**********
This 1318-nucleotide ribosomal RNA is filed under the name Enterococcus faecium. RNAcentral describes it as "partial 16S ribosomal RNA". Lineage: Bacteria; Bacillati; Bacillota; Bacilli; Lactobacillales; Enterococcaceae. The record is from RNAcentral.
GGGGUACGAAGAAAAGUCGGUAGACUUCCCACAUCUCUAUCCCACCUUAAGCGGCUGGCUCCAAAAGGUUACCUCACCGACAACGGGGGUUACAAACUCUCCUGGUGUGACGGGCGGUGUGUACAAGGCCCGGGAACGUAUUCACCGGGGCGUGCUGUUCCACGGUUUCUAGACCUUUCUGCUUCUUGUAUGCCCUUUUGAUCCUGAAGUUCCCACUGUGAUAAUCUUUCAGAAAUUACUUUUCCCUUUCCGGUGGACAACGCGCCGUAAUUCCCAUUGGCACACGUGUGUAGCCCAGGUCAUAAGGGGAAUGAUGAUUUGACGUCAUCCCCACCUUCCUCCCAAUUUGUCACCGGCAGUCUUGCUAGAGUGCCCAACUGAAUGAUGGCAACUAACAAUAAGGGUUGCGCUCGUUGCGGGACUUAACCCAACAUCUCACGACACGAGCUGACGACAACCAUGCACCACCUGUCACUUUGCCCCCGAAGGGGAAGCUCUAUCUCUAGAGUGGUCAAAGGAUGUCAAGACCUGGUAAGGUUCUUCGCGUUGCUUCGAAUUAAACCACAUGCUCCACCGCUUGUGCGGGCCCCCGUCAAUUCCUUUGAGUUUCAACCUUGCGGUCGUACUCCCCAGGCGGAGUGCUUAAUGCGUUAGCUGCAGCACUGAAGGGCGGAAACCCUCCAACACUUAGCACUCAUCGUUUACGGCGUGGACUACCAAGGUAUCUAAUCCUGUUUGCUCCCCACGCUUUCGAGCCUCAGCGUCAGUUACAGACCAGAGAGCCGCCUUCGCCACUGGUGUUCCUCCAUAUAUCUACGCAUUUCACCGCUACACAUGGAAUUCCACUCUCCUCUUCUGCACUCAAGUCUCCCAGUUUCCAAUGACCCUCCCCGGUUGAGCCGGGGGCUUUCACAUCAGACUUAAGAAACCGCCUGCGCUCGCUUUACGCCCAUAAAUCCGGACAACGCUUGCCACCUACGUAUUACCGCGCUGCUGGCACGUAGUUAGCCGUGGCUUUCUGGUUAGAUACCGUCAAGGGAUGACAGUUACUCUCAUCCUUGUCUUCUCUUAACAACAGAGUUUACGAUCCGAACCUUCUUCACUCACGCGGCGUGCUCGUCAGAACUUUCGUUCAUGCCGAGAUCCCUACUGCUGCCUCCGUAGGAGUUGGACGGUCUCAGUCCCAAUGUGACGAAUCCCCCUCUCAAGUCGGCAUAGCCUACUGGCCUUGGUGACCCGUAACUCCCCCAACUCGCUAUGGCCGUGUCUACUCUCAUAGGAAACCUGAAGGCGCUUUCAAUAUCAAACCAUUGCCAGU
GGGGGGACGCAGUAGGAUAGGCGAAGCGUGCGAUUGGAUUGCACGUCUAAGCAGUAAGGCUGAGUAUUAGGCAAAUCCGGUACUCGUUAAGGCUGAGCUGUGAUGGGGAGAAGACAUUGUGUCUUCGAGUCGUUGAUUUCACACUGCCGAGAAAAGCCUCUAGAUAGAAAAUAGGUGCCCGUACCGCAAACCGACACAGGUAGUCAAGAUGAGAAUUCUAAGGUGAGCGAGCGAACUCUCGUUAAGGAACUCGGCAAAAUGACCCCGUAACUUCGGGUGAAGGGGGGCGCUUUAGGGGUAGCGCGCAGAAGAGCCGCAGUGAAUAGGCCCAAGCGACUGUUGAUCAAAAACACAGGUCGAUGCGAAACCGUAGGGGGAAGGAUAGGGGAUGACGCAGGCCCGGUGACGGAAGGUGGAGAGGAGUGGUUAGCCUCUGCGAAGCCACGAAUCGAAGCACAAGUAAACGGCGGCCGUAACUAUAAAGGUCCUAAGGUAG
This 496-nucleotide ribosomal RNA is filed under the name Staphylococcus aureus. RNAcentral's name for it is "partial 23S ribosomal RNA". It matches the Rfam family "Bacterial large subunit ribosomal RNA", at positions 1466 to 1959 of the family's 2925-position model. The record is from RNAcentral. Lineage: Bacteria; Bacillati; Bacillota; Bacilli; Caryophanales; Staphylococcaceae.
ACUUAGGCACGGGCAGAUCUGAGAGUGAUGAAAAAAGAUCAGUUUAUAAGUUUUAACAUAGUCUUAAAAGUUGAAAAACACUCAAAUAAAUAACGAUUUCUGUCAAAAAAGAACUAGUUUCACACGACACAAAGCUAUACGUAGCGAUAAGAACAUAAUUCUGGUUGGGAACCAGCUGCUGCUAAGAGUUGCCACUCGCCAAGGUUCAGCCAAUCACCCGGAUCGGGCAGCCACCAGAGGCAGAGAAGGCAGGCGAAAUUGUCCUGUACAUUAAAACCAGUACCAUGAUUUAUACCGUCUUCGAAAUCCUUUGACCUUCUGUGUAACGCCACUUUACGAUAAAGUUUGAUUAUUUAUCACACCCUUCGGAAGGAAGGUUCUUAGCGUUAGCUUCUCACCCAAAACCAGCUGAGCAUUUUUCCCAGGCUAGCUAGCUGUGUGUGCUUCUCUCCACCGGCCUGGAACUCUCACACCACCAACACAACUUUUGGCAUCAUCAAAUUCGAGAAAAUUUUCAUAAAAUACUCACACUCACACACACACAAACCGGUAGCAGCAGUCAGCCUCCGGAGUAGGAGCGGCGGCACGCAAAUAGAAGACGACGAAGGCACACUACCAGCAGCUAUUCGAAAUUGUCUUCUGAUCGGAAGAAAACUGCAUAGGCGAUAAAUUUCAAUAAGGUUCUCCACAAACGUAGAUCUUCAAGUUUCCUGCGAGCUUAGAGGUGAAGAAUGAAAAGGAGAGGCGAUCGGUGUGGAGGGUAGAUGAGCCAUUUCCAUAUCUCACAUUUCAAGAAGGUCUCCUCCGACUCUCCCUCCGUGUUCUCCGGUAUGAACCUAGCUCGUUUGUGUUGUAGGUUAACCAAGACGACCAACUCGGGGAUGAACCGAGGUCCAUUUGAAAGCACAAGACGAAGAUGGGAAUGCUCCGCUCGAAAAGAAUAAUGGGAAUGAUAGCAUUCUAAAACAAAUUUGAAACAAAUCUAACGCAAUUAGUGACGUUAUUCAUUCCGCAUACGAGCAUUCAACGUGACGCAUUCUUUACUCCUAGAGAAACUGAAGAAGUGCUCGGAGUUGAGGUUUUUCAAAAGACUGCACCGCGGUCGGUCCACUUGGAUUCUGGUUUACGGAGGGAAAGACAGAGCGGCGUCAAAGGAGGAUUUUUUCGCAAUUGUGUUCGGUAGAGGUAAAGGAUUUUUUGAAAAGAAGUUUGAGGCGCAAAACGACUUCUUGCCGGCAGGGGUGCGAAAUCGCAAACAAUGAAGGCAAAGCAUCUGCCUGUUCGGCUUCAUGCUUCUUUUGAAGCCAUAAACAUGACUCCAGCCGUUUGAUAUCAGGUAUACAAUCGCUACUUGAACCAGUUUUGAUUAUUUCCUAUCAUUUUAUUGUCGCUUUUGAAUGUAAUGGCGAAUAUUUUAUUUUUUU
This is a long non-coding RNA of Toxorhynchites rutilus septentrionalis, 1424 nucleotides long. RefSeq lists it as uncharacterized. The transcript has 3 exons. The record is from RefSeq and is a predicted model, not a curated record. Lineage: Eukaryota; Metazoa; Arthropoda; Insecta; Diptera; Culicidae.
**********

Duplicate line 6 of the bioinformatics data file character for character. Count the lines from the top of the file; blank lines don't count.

This is a long non-coding RNA of Toxorhynchites rutilus septentrionalis, 1424 nucleotides long. RefSeq lists it as uncharacterized. The transcript has 3 exons. The record is from RefSeq and is a predicted model, not a curated record. Lineage: Eukaryota; Metazoa; Arthropoda; Insecta; Diptera; Culicidae.